Russell and Duenes

2012: 1 Corinthians 7 and “As if Not”

with 3 comments

In 2011, God has given me many things for which to be abundantly grateful. My third son was born to us in March, I completed 10 years of teaching Bible at Redwood Christian Schools, I was accepted to law school and given a generous scholarship on top of it, my family and I were given a spacious house to rent here in Kansas, we were able to find a faithful, Bible-believing church as well, while making a few friends in the process. Most importantly, God has faithfully given us his presence and promises through all of it. My wife and I would not have made it through this first difficult semester of law school if God had not given us special grace, and probably the promise I have leaned on the most is the very simple one that many children learn: “The Lord is my shepherd, I shall not want.”

So I head into 2012 grateful for all that God has done, and for the opportunity to continue my legal studies. My desire has always been to offer my legal practice up to Jesus for him to use as He sees fit. I want my practice to be an extension of the saving work that God is doing in me and in the world. To that end, God has impressed something upon me recently, which you may also find encouraging as you pursue your work in 2012. I have been translating through 1 Corinthians 7 and along with it, doing some reading in Gordon Fee’s wonderful commentary on the same. In the central thematic section of the chapter, the apostle Paul says something totally revolutionary:

“What I mean, brothers, is that the time is short. From now on those who have wives should live as if they had none; those who mourn, as if they did not; those who are happy, as if they were not; those who buy something, as if it were not theirs to keep; those who use the things of the world, as if not engrossed in them. For this world in its present form is passing away” (1 Cor. 7:29-31).

Paul then goes on to relate this theme, specifically, to the issue of whether or not one should get married. However, it obviously applies to everything in life. And Fee comments on it in a particularly powerful way. He writes,

“What [Paul] is calling for is a radical new stance toward the world, predicated on the saving event of Christ that has marked off our existence in a totally new way. Just because one’s existence is determined by God, so now one does not so much live ‘detached’ from the world…as totally free from its control. Therefore, one lives in the world just as the rest – married, sorrowing, rejoicing, buying, making use of it – but none of these determines one’s life. The Christian is marked by eternity; therefore, he or she is not under the dominating power of those things that dictate the existence of others…Being eschatological people (i.e., people who live in the reality of our eternal life in Christ) is to free us from the grip of the world and its values. We are to live ‘as if not,’ that is, as fully in the world but not controlled by its systems or values. Such freedom, which comes only from Christ, removes from one the anxiety about which existence (married or single) is better…The answer again lies in our becoming eschatological people who live in the present with such a clear view of our certain future that we are free from such anxiety.” (Gordon Fee, The First Epistle to the Corinthians, NICNT, (Grand Rapids: Eerdmans, 1987), pgs. 340-41, 348-49, emphases mine).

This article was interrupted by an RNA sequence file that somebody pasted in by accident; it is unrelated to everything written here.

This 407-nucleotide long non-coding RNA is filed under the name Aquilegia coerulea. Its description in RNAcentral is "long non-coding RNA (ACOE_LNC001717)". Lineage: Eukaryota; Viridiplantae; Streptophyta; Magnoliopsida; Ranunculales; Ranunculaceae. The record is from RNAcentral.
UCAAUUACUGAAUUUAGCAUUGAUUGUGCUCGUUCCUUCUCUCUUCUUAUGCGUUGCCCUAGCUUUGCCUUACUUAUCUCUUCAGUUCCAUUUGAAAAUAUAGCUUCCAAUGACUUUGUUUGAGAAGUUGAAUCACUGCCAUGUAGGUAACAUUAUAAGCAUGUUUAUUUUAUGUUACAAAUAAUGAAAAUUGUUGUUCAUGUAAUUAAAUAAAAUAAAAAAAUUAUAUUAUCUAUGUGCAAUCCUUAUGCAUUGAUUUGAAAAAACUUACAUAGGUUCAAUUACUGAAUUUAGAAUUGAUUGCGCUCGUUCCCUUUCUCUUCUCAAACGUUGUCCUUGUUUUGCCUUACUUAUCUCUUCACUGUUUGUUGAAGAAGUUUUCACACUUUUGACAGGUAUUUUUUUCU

It is within this realm and reality of freedom that I want to live and work in 2012. I want to pursue my legal studies and my relationships  “with such a clear view of my certain future that I am free from anxiety.” I want to study the law and pursue excellence as an attorney “as though not engrossed in it,” to use the things of this world “as if they were not mine to keep,” and in the words of Jim Elliot, to give “that which I cannot keep to gain that which I cannot lose.” I’m not totally clear on what this looks like in practical terms, but I trust that it requires a certain self-forgetfulness and other-centeredness for which I will need Christ’s constant grace and power. It requires regular and sustained meditation on the future glories that await those in Christ. It requires me to subsume my own personal lusts for recognition, advancement, and power to the greater satisfactions of doing the will of God from a sincere faith and a pure heart. It most certainly means that I must repent of my desire to always be well-esteemed by others. May it be so, Lord. Soli Deo Gloria.



Written by Michael Duenes

December 31, 2011 at 8:07 am

3 Responses

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  1. D, I think one reason I love reading your blog is that our lives have a lot of parallels right now (although I won’t go into them online). I want to live that way this year, too. And speaking of that, I need to get an inspiring commentary or something, because I’m having a good deal of trouble committing to regular scripture reading.


    December 31, 2011 at 12:01 pm

    • Samson – I appreciate your readership and your always thoughtful comments. Hopefully we will be as “iron sharpening iron.” Regular Scripture reading is indeed tough when one is pinched for time, as I gather you and I are. I would throw one recommendation your way: Check out D.A. Carson’s books, “For the Love of God” (There are two volumes). They give you daily Scriptures to read and provide a very insightful commentary on a portion of that day’s Scripture. I’ve used them in the past and found them encouraging.


      russell and duenes

      December 31, 2011 at 3:42 pm

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